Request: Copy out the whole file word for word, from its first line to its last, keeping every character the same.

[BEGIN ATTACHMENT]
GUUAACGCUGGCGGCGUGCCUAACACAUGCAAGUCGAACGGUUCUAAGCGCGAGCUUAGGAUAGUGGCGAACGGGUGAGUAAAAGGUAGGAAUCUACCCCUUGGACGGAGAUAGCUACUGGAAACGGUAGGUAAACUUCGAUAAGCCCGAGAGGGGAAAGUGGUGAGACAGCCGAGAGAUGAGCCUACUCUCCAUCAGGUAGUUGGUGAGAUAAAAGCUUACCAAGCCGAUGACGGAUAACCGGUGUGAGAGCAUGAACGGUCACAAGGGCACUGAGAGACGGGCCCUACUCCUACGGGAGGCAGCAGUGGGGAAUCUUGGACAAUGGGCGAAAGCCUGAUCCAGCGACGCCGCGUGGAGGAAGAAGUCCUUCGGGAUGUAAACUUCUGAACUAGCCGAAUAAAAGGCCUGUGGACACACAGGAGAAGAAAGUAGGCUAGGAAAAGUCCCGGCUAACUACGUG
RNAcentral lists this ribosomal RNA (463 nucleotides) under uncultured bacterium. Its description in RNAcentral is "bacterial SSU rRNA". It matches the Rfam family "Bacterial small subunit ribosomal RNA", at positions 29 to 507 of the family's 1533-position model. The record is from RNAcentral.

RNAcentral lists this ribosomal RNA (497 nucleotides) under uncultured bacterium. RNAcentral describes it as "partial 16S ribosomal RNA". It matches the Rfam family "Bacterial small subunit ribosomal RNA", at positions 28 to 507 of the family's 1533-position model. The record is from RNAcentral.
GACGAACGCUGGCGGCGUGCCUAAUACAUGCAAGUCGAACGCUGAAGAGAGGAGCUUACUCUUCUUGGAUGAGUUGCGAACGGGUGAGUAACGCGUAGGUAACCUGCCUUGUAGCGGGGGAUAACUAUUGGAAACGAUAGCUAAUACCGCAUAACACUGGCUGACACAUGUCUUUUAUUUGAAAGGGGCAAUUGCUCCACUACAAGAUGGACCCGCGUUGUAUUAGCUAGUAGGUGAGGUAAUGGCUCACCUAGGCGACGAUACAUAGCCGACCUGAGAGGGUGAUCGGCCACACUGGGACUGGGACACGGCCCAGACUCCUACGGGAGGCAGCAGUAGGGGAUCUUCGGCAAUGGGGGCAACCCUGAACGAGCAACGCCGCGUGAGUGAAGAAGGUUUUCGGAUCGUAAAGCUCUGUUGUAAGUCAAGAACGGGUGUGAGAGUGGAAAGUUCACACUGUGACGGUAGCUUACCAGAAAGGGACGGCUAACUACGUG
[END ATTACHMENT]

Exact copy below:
GUUAACGCUGGCGGCGUGCCUAACACAUGCAAGUCGAACGGUUCUAAGCGCGAGCUUAGGAUAGUGGCGAACGGGUGAGUAAAAGGUAGGAAUCUACCCCUUGGACGGAGAUAGCUACUGGAAACGGUAGGUAAACUUCGAUAAGCCCGAGAGGGGAAAGUGGUGAGACAGCCGAGAGAUGAGCCUACUCUCCAUCAGGUAGUUGGUGAGAUAAAAGCUUACCAAGCCGAUGACGGAUAACCGGUGUGAGAGCAUGAACGGUCACAAGGGCACUGAGAGACGGGCCCUACUCCUACGGGAGGCAGCAGUGGGGAAUCUUGGACAAUGGGCGAAAGCCUGAUCCAGCGACGCCGCGUGGAGGAAGAAGUCCUUCGGGAUGUAAACUUCUGAACUAGCCGAAUAAAAGGCCUGUGGACACACAGGAGAAGAAAGUAGGCUAGGAAAAGUCCCGGCUAACUACGUG
RNAcentral lists this ribosomal RNA (463 nucleotides) under uncultured bacterium. Its description in RNAcentral is "bacterial SSU rRNA". It matches the Rfam family "Bacterial small subunit ribosomal RNA", at positions 29 to 507 of the family's 1533-position model. The record is from RNAcentral.

RNAcentral lists this ribosomal RNA (497 nucleotides) under uncultured bacterium. RNAcentral describes it as "partial 16S ribosomal RNA". It matches the Rfam family "Bacterial small subunit ribosomal RNA", at positions 28 to 507 of the family's 1533-position model. The record is from RNAcentral.
GACGAACGCUGGCGGCGUGCCUAAUACAUGCAAGUCGAACGCUGAAGAGAGGAGCUUACUCUUCUUGGAUGAGUUGCGAACGGGUGAGUAACGCGUAGGUAACCUGCCUUGUAGCGGGGGAUAACUAUUGGAAACGAUAGCUAAUACCGCAUAACACUGGCUGACACAUGUCUUUUAUUUGAAAGGGGCAAUUGCUCCACUACAAGAUGGACCCGCGUUGUAUUAGCUAGUAGGUGAGGUAAUGGCUCACCUAGGCGACGAUACAUAGCCGACCUGAGAGGGUGAUCGGCCACACUGGGACUGGGACACGGCCCAGACUCCUACGGGAGGCAGCAGUAGGGGAUCUUCGGCAAUGGGGGCAACCCUGAACGAGCAACGCCGCGUGAGUGAAGAAGGUUUUCGGAUCGUAAAGCUCUGUUGUAAGUCAAGAACGGGUGUGAGAGUGGAAAGUUCACACUGUGACGGUAGCUUACCAGAAAGGGACGGCUAACUACGUG